In domestic arbitration, arbitrators can be challenged in accordance with the specific Code of Civil Procedure provisions.
How should an objection to jurisdiction be raised?
In international commercial arbitration, the competence-competence principle aims to allow arbitrators to examine and decide on any objection to their jurisdiction in the first instance, irrespective of the contents of the arbitration agreement. The arbitral tribunal can rule on an objection to its jurisdiction in a preliminary or the final award. The parties cannot validly restrict or eliminate such power of the arbitral tribunal. Prior to the commencement of the arbitration (ie, before a party receives the other party’s request for arbitration), a party can request that the court issues a declaratory judgment on the existence and validity of the arbitration agreement. To hear the case, a Greek court must have international jurisdiction over the matter and the litigants. Following the filing of a case resulting in the commencement of arbitration, no challenges to the arbitral tribunal’s jurisdiction before a court are allowed. The parties can challenge the arbitral tribunal’s jurisdiction in court only after the arbitral award has been rendered.
In domestic arbitration and international disputes of a non-commercial nature, the tribunal can rule on its own jurisdiction, unless the parties to the arbitration agreement have agreed otherwise.
Replacement of an arbitrator
Why and how can an arbitrator be replaced?
According to the Code of Civil Procedure and Law 2735/1999, an arbitrator can be replaced in the case of:
- their resignation;
- an agreement by the parties;
- a decision of the arbitral tribunal regarding a request for their removal (eg, due to conflict of interest or a lack of impartiality or independence); or
- a decision of the single-member first-instance court for reasons detailed above.
Under Law 2735/1999, the new arbitrator will be appointed by the party which appointed the arbitrator being replaced, in accordance with the applicable rules for the appointment of arbitrators. Failing that, the single-member first-instance court will intervene in the selection of a substitute arbitrator.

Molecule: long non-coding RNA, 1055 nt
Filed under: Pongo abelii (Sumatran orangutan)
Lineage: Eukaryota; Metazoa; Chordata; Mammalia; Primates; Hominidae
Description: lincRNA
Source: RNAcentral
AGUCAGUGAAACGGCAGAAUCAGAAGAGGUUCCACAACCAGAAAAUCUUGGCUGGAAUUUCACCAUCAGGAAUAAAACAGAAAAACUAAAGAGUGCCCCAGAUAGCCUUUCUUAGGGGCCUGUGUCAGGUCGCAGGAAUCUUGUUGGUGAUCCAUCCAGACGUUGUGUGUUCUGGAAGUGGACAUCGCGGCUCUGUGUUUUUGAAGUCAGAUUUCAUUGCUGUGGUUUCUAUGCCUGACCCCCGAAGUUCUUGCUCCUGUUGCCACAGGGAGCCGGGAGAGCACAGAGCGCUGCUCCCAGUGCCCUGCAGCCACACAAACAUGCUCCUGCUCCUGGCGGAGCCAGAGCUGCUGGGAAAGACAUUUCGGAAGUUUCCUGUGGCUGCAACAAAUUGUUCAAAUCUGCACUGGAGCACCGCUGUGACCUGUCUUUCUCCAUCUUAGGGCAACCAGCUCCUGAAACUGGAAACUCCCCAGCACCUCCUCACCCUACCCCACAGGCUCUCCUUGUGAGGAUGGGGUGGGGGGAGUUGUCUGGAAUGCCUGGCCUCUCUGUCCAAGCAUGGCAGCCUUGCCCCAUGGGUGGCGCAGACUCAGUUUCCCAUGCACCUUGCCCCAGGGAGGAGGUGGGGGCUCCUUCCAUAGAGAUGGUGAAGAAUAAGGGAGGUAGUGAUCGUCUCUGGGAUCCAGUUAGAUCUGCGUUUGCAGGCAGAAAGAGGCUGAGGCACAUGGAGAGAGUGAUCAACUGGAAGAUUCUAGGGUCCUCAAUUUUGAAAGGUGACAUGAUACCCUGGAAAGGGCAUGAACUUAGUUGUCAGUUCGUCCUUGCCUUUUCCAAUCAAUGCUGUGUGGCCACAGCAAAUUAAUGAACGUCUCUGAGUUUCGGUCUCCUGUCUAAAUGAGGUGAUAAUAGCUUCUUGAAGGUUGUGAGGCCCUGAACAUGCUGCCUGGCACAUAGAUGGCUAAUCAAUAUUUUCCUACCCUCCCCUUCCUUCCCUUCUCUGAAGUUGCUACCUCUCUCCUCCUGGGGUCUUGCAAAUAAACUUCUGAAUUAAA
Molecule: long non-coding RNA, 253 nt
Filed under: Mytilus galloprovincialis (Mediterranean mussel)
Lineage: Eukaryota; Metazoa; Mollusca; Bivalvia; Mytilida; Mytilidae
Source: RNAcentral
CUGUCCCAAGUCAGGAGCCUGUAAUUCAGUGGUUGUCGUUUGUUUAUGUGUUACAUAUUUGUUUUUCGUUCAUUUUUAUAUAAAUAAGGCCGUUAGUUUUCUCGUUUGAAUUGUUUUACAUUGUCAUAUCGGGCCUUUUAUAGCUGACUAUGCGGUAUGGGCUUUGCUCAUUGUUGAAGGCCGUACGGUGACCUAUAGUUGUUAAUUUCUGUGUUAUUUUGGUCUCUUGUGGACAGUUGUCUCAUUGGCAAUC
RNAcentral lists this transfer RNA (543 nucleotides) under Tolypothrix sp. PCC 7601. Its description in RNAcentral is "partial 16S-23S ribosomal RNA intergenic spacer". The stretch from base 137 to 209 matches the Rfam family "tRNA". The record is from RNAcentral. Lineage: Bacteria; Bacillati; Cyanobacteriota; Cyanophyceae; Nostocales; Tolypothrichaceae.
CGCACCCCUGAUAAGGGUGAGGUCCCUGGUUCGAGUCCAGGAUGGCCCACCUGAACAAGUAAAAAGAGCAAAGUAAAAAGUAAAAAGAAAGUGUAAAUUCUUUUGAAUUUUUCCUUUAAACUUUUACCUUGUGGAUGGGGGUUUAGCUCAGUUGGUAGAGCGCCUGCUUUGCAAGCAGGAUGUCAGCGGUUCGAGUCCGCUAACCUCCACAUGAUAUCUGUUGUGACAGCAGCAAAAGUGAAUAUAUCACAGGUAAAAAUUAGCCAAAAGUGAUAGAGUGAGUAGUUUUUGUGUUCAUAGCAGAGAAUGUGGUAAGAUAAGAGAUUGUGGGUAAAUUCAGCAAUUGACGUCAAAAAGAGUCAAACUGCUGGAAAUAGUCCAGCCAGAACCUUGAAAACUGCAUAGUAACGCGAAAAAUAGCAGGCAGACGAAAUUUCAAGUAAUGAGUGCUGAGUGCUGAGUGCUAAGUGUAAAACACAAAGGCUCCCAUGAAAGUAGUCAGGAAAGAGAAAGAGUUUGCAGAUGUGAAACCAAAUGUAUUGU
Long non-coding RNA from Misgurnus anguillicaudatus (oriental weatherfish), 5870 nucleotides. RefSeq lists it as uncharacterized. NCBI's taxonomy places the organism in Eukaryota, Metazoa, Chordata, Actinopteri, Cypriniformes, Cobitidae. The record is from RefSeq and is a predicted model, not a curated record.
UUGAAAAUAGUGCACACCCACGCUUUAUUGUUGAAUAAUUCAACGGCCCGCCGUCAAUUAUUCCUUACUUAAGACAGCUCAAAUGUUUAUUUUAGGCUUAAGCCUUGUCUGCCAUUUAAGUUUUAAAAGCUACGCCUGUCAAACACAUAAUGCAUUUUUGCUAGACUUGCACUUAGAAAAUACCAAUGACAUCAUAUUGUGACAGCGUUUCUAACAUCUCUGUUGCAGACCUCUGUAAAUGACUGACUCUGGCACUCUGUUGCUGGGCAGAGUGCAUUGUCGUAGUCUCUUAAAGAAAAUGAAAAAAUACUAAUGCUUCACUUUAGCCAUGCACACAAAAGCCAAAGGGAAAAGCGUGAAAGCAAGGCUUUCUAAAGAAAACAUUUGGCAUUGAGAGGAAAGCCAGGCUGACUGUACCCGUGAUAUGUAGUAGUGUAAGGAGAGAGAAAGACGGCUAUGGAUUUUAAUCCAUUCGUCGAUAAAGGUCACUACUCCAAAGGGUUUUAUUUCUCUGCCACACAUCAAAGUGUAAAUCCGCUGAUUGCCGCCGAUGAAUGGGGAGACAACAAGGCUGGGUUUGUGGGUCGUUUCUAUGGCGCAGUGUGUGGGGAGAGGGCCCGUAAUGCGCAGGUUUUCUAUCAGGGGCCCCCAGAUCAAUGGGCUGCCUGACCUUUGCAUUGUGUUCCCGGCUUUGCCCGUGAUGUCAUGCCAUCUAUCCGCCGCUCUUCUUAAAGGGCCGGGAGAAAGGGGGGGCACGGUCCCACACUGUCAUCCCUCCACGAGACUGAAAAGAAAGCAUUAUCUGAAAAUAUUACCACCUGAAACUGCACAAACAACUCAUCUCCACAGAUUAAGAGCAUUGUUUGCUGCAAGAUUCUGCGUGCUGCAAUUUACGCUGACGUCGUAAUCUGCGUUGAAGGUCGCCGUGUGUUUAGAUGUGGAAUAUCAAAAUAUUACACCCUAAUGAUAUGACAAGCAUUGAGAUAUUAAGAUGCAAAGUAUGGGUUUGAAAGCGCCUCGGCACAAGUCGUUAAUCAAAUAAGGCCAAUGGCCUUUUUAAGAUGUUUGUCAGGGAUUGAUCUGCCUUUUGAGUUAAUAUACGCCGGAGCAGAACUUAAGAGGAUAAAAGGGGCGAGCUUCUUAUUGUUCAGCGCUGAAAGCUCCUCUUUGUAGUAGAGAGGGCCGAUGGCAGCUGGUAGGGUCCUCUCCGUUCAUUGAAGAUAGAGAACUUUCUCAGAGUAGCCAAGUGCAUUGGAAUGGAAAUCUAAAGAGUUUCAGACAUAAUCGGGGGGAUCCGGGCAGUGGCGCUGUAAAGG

Powers and obligations
What powers and obligations do arbitrators have?
Arbitrators have the power to decide on their jurisdiction and, subject to the arbitration agreement and mandatory law provisions, to determine the applicable law and rules of the arbitration proceedings by setting the terms of reference. Arbitrators can conduct hearings, examine witnesses and appoint experts. They also have the power to grant interim measures under Law 2735/1999, which is not an option under the Code of Civil Procedure.
In accordance with the principles of equal treatment of parties and due process, arbitrators must be impartial.
Liability of arbitrators
Are arbitrators immune from liability?
No – Article 881 of the Code of Civil Procedure provides that arbitrators are liable only for wilful misconduct or gross negligence in the exercise of their duties. Arbitrators must:
- perform their duties in good faith;
- display due diligence; and
- render the award in compliance with the formal requirements provided by Law 2735/1999 and the purpose of receptum arbitri (ie, commitment to make a decision in a dispute).
If the arbitrators violate any of their contractual obligations, intentionally breach any of their duties or commit a tort, they will be liable for damages towards the litigant parties.
Communicating with the tribunal
How do the parties communicate with the tribunal?
Parties are free to agree on the arbitral proceedings, including communication with the tribunal. If no agreement is concluded between the parties, the tribunal will determine the appropriate process. The established practice is for parties to communicate with the tribunal in writing.
Is unanimous agreement of the tribunal required? If there is disagreement, does the will of the majority suffice? What are the implications of this?
If there is more than one arbitrator, they must decide by majority vote (unless the parties have agreed otherwise). If the arbitral tribunal is evenly split, the chair’s vote will be considered decisive. The parties can agree that the arbitration award be issued on a unanimous decision.
Are there any disputes incapable of being referred to arbitration?
With respect to domestic arbitration, Greek law provides in principle that any private law dispute, the subject matter of which can be freely disposed of by the parties, is arbitrable (Article 867 of the Code of Civil Procedure).
Consequently, any type of dispute failing to fulfil these prerequisites is not arbitrable.